Travel trends for the future
Welcome to 2021! New year, new beginnings. With 2020 in review, a year consumed by a devastating pandemic, we are so longing to socialize with each other again, and to see new horizons.
Although, no one had ever wished for a pandemic, what it has brought is a clarity about what is really important in life. A new mindset that for ever has shaped the way we live our lives and how we travel. From long-distance to local, with a consciousness about our planet and nature, we are more than ever longing to discover our own backyard.
Travelling will be treasured
Looking ahead, and recharged with new energy, what will travelling be like post corona? We caught up with Maria Sirviö, Business Intelligence Manager at Swedish Lapland Visitor Board, that predicts that yesterday’s cosmopolitical travel ideal will be outnumbered by others.
– Travelling will probably be a little bit more complicated than we’re used to, but more appreciated. And not taken for granted. It’s yet unclear what kind of security measures will be put in action to track contagious deceases in airports, et cetera. Will people need some kind of health certificate? Will all countries open their borders – and when? Perhaps the tech boom and the roll-out 5G will make way for simpler methods to clear through customs and security points. Who knows. But if and when we feel safe to travel abroad again, it will not be something we will take for granted from now on. Hence, more appreciated.
What are the top five travel trends for the future?
– There are travel trends that will die due to the pandemic and there are trends that have been reinforced, and gotten more viable. First of all, our longing for nature has grown exponentially during the pandemic. We are searching for ways to experience, engage and learn from nature. Let it expand our minds and ease everyday stress. To teach our children to look after Mother Nature, which goes hand in hand with two other trends: Sustainable travel and the need to spend time with family and friends, preferably multi-generational. And keeping it green, taking a step away from today’s consumerism growing so consumer trends and travel options have to match those needs. Also, our population is growing older – and healthier. Travelling with your grandkids gives a new outlook on life. Being kept apart for so long, we are longing to spend time with our loved ones. So, niched travel is an upcoming trend, weather you’re looking for ”fat biking on mountain lakes” or ”explore ancient travel routes of the Sámi in Padjelanta with you grandkids”. Mostly thanks to the internet connecting people with specific interests and companies that are getting better and better at analyzing customer data.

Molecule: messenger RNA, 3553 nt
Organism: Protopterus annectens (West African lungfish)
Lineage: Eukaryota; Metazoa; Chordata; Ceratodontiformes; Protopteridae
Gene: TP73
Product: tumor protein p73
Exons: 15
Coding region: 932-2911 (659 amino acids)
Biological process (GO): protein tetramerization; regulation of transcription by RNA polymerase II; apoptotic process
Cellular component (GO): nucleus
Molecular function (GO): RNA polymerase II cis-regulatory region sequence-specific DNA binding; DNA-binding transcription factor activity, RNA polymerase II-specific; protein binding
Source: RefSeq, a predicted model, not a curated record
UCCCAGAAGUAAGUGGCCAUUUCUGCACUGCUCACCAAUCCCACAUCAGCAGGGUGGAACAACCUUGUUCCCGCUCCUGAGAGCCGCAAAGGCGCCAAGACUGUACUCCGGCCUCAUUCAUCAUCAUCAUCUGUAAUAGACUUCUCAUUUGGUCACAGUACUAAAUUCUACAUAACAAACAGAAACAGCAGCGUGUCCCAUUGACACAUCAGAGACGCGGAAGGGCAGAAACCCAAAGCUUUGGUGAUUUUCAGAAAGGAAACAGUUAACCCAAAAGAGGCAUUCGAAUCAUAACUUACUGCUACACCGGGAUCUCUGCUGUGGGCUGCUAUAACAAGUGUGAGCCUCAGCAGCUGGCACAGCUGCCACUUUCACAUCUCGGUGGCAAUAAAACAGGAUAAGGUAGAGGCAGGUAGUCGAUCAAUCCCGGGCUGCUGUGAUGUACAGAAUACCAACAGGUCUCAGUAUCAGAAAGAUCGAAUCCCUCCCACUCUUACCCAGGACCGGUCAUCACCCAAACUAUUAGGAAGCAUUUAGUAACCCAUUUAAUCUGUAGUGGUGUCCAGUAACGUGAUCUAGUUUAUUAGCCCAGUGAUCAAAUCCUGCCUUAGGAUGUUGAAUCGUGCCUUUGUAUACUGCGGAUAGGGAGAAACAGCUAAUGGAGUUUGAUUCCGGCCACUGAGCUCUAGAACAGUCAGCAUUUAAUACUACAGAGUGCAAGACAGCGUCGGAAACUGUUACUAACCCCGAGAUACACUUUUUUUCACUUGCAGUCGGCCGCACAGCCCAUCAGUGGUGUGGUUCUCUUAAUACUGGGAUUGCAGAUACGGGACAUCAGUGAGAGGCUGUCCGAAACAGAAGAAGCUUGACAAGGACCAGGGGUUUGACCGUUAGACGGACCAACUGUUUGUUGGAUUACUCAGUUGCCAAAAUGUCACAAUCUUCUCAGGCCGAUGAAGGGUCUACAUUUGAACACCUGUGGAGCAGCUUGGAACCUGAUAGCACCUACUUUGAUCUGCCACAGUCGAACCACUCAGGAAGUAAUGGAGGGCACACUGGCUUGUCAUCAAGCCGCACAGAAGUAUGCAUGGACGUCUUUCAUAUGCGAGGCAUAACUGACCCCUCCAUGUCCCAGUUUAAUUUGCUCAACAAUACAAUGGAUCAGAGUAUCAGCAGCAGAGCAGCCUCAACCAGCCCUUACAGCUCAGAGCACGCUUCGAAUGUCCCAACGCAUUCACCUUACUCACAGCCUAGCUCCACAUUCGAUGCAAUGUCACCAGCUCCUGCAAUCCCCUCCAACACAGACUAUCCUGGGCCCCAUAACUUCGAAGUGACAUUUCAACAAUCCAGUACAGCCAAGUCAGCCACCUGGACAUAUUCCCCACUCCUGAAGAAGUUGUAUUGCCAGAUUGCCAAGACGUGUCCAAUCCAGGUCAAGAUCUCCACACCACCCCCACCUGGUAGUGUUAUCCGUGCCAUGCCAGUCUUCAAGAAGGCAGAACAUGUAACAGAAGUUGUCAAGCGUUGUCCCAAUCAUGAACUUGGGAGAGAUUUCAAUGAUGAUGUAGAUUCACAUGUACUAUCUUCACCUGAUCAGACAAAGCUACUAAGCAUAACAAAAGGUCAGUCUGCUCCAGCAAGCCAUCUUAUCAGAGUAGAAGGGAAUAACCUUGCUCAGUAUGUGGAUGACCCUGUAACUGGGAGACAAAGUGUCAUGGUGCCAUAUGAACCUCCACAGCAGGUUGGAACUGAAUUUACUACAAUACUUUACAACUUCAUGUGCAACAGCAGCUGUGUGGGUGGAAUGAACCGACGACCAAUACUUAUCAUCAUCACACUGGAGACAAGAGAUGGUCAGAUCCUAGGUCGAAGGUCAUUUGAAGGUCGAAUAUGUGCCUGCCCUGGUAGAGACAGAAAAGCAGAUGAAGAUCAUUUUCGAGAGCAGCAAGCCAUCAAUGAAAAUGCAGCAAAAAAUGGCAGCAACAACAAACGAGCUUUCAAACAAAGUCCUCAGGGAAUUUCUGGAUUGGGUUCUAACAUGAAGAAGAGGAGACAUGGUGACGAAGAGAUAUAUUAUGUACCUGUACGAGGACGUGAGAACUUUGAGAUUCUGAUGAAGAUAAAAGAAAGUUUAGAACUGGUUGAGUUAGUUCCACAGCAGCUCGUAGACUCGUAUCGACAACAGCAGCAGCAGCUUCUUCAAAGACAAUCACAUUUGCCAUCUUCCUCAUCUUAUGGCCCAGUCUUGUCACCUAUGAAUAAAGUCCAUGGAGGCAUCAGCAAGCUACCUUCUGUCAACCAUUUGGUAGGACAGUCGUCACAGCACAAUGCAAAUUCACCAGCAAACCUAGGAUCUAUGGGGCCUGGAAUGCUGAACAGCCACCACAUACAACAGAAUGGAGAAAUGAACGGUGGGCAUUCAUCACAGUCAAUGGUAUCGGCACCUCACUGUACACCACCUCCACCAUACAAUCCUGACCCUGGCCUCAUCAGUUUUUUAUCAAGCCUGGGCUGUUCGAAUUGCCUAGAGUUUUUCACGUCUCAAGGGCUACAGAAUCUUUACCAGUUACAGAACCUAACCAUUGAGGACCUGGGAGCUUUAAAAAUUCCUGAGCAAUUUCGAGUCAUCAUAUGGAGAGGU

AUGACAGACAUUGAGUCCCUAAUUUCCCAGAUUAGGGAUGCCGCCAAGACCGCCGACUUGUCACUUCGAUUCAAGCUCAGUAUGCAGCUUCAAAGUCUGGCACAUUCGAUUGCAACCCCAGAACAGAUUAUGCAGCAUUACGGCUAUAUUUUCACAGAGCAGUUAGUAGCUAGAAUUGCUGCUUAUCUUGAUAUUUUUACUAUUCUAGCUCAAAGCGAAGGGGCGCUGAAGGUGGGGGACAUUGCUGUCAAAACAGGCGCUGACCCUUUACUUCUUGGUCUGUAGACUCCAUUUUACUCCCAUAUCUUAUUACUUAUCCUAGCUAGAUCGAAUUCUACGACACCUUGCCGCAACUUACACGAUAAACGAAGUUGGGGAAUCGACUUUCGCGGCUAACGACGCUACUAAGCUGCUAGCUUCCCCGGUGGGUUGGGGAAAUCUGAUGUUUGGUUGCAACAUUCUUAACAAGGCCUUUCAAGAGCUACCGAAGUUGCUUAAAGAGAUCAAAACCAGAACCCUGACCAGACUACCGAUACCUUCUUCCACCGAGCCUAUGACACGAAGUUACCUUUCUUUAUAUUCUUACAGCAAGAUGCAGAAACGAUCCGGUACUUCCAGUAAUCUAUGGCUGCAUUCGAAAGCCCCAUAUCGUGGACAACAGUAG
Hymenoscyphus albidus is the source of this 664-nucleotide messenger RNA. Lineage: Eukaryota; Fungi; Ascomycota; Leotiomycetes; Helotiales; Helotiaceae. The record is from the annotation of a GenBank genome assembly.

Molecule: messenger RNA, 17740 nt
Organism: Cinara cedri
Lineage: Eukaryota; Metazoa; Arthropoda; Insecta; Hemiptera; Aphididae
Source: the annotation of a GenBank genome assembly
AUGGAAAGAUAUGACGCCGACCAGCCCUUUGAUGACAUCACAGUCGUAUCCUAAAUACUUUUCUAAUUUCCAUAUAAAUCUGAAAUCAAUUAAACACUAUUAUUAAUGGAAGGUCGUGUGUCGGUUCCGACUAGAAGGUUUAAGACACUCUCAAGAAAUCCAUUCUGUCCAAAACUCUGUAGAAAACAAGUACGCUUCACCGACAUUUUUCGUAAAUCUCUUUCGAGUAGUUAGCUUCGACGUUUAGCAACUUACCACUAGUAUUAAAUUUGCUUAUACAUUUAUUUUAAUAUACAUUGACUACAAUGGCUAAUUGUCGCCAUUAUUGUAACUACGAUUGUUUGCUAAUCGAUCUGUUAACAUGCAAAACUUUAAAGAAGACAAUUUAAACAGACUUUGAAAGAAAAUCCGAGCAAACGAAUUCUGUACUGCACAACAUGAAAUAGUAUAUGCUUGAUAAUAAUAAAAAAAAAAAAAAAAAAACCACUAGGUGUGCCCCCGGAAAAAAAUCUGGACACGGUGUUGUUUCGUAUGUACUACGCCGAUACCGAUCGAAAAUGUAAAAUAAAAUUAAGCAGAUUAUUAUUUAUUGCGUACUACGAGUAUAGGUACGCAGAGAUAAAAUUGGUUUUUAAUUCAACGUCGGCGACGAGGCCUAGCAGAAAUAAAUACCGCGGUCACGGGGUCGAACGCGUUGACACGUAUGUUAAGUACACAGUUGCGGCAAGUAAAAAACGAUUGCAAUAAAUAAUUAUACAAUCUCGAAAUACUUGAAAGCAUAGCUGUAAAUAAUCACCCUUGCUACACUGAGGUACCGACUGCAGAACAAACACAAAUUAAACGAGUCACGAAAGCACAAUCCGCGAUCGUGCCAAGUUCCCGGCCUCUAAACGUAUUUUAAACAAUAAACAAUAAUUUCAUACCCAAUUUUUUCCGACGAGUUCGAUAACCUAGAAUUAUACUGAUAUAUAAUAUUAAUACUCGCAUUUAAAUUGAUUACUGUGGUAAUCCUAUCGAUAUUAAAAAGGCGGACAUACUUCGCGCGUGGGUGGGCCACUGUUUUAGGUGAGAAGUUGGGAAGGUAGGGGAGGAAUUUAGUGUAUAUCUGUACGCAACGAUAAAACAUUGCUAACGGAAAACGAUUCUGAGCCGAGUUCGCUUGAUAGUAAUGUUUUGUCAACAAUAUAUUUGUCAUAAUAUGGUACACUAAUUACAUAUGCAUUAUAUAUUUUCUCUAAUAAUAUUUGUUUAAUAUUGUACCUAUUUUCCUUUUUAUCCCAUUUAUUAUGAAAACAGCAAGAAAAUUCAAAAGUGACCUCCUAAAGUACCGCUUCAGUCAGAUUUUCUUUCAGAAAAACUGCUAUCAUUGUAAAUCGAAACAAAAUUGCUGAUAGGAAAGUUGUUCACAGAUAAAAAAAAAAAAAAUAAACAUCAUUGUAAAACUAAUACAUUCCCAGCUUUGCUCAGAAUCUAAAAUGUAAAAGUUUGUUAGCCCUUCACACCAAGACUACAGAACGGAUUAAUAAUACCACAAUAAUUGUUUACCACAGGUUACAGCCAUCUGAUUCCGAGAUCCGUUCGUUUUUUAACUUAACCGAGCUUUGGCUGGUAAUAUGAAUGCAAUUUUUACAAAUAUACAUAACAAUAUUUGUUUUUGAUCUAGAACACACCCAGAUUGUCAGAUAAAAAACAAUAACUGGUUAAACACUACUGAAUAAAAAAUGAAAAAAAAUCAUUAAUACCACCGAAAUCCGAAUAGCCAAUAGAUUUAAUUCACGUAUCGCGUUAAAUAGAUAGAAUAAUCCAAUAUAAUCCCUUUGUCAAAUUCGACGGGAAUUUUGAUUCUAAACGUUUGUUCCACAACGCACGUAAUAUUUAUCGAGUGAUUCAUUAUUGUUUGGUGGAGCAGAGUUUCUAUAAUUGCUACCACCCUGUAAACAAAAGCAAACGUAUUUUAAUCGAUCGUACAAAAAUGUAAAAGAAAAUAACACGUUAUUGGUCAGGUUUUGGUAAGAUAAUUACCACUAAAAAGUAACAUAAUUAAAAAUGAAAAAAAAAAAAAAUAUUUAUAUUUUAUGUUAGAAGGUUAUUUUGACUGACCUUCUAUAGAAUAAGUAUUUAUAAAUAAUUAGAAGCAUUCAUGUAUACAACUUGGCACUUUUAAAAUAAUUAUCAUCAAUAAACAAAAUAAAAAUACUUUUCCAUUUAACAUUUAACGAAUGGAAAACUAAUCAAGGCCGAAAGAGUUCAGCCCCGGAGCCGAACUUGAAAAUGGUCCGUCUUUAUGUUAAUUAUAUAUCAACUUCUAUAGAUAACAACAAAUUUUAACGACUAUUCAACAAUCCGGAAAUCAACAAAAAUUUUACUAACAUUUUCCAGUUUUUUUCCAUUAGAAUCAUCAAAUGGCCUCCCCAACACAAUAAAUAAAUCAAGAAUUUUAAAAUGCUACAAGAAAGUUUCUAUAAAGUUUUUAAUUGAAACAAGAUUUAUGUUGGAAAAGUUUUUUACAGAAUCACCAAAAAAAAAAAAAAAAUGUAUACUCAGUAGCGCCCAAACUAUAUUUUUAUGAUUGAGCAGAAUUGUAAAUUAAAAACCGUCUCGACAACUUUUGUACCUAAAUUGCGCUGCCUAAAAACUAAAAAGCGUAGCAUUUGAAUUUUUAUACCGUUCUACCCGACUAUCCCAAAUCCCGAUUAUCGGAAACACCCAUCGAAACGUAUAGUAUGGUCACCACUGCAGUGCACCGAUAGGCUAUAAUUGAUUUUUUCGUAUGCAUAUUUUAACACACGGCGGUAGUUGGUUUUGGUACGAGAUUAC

Where will we go?
– To where we don’t have to queue, or get elbowed in crowded places. Sure, people will still want to stand in line to see the Mona Lisa portrait, especially the growing middle-class in Asia. But more conscious travellers will want to go where they can choose when and with who they socialize during the trip. Small-scale or very niched accommodation, with a possibility to meet the locals, or at least live and eat like the locals. I believe that places like Iceland, The Faroe Islands and Northern Europe will keep growing in demand, as well as Canada and Alaska. But also, destinations where we will be able to contribute to the local societies. Like Mongolia or Rwanda where we can support local businesses, help build schools or support the rescue of endangered wildlife. But responsible travel is expected everywhere. Companies are expected to take responsibility for the use of their surroundings and offer sustainable options.
We’re all used to working remotely and having digital meetings now. What are some ways to travel without having to travel physically?
– Even before the pandemic, when we were forced to travel within our four walls, all kinds of mindful and meditation apps topped pretty much any app chart and will probably continue to do so. Travelling within yourself, enrichen and strengthen your presence in the now has reached the masses, which will most likely translate to us meditating on beaches and hugging trees when we’re able to travel again. For some at least. Another thing is VR and AR. Today, a couple of VR glasses doesn’t cost a fortune and can be applied to many aspects of life: travel, training, relaxation, socializing, et cetera. Some even predict it will replace certain aspects of travel, such as research or specific experiences like seeing the Mona Lisa.